Some publications hint to an absence of effect of ivermectin treatment on schistosome infections in people living in the tropics: ivermectin massive treatment of onchocerciasis did not induce significant short-term changes in S. mansoni egg count in stool specimen of inhabitants living in an identical endemic area (Whitworth et al. 1991; Njoo et al. 1993). Njoo et al. examined patients treated once with ivermectin just 3 days posttreatment, and Whitworth et al. examined ivermectin effect 45–105 days posttreatment. Unfortunately, these studies were not designed for proper estimation of ivermectin effect on schistosome; despite the feasible benefit of examining drugs in human patients, the studies ignore the possible effect of various concomitant infections on each other.

DMSO (Huang et al. 2020) and ivermectin (Sajid et al. 2007) have a known immunomodulatory effect. Theoretically, immunomodulation could be an efficient measure against the immunopathology that is demonstrated in schistosomiasis. However, in our experiments, ivermectin (that was dissolved in DMSO), DMSO, and ivermectin in Ivomec (that does not contain DMSO) had similar effects. Anyhow, schistosomes themselves have a variety of immunomodulators that hypothetically enable their in vivo existence during many years (Acharya et al. 2021). Interestingly, there are reports relating to the use of schistosome-derived products as modulators, for the prevention and alleviation of immunological disorders such as auto-immune diseases (Mu et al. 2021).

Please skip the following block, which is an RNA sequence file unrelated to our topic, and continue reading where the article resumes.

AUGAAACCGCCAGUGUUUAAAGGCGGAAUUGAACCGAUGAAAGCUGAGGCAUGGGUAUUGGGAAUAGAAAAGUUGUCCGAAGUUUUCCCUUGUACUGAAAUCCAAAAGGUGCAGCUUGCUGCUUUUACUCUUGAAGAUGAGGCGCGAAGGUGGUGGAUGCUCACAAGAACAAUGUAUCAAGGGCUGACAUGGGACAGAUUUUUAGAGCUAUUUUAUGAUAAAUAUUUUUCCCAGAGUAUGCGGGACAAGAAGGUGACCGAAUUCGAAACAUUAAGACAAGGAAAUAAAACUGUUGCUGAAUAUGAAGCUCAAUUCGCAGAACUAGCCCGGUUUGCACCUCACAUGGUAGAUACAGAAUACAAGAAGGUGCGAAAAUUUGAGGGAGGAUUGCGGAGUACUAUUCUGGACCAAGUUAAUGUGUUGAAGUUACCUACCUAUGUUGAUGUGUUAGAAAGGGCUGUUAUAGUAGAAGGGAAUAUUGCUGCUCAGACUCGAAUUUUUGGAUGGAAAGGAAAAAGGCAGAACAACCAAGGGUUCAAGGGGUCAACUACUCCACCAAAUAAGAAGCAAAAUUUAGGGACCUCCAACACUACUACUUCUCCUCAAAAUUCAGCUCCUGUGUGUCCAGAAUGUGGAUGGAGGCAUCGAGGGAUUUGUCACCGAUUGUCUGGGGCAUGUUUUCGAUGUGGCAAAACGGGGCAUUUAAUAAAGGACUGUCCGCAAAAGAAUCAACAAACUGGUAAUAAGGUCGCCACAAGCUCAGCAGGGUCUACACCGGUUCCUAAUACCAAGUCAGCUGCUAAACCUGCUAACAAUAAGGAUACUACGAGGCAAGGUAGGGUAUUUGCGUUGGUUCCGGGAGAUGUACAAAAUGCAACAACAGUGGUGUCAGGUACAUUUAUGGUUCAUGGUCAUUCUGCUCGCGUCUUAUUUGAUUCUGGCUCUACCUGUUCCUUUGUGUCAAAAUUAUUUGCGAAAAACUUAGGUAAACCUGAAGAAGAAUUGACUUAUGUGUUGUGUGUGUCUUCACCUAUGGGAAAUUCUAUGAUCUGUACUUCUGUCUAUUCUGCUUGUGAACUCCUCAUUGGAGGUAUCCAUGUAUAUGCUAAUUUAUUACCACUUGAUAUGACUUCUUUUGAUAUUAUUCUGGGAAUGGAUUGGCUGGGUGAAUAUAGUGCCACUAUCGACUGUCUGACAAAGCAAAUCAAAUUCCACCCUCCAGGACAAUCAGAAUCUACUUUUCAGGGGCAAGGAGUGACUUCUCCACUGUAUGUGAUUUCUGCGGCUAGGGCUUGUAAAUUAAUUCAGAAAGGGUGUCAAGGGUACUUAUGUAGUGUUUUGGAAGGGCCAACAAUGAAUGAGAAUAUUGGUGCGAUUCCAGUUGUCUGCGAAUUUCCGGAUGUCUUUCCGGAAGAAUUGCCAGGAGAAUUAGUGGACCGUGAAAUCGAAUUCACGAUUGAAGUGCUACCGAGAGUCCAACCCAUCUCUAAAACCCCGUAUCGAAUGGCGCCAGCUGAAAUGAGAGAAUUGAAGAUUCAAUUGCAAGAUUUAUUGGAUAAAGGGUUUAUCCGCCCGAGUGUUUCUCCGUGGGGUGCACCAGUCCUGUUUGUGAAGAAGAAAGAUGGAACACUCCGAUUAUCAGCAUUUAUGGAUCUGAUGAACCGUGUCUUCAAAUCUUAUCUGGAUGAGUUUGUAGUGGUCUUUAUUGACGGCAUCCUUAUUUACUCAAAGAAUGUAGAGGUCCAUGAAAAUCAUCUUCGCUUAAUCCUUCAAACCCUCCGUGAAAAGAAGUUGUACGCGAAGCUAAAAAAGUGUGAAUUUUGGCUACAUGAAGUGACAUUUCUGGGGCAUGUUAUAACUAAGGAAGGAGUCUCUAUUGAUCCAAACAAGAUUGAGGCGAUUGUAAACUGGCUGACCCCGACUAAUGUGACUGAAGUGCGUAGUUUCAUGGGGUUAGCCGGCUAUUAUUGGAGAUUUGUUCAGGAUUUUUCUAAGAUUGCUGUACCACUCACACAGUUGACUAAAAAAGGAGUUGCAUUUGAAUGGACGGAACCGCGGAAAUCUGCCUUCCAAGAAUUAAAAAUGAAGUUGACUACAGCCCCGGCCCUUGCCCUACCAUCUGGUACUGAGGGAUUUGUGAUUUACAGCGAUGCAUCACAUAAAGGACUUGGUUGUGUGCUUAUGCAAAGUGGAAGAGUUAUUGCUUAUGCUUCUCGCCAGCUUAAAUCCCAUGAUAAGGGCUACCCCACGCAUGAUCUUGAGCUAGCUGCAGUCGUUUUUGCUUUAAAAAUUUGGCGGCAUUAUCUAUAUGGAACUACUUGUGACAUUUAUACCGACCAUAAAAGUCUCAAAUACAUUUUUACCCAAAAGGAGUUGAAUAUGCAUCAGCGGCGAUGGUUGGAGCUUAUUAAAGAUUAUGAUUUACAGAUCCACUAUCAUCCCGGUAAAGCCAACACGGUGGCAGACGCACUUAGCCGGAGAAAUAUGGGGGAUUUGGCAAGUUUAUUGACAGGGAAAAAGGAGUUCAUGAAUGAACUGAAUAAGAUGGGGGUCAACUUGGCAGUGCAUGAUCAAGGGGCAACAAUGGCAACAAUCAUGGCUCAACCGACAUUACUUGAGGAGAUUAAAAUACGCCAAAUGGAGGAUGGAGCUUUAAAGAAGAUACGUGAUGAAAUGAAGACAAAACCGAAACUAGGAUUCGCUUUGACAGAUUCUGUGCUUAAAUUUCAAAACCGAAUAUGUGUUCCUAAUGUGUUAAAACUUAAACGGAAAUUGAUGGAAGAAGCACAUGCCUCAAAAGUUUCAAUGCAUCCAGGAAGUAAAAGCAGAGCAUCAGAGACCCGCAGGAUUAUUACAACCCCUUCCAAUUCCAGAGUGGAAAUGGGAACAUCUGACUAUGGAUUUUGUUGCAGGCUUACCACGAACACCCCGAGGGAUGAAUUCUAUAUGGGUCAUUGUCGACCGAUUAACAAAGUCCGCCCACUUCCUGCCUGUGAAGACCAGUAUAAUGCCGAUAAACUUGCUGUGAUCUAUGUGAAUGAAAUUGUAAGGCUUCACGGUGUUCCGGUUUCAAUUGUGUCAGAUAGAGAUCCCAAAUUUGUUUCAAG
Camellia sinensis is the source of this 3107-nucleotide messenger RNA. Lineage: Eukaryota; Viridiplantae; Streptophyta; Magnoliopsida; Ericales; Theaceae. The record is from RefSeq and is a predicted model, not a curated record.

Probably, the lack of activity of ivermectin especially in comparison with PZQ and artemisinins originates from the reported difference in their mode of action: ivermectin acts as the GABA receptor agonist; however, cestodes and trematodes lack a GABA system (Feng et al. 2002) and PZQ targets specifically the schistosome TRPMPZQ. The detrimental effect of artemisone on malaria and schistosomiasis follows oxidative stress, a consequence of reaction to blood-dwelling parasites (Zech et al. 2020). Iron-dependent and -independent reaction pathways of artemisinins are related to perturbation of redox homeostasis that ultimately leads to generation of deleterious reactive oxygen species (Meshnick 1994; Quadros et al. 2022).

We cannot explain the differences between the total lack of ivermectin effect in our hands vs. that of Taman et al. (2014) despite the fact that we used ivermectin at a concentration even exceeding their treatment. There are of course some differences in parasite strain (local Egyptian vs. ours– Puerto Rican) and strains of mice, as also the number of cercariae used for infection. However, it is hard to reconcile the differences in the results between our group and theirs. Interestingly, Barda et al. (2016) demonstrated the success of other macrocyclic lactones in reducing schistosome number in rodents. However, despite the positive results, drug derivatives must be approved for use by applying the usual complicated and long procedure towards human use.


Because of some instances of PZQ resistance in schistosome infections and similarities in the scope of activities of PZQ and ivermectin, there have been attempts to employ ivermectin as a possible alternative. In wake of our experiments with ivermectin and S. mansoni-infected mice and despite the results of Taman et al., we conclude that ivermectin as such is not an alternative to PZQ, in contrast to artemisinins that might replace or add (Dong et al. 2014) to PZQ due to their efficient mechanism of action.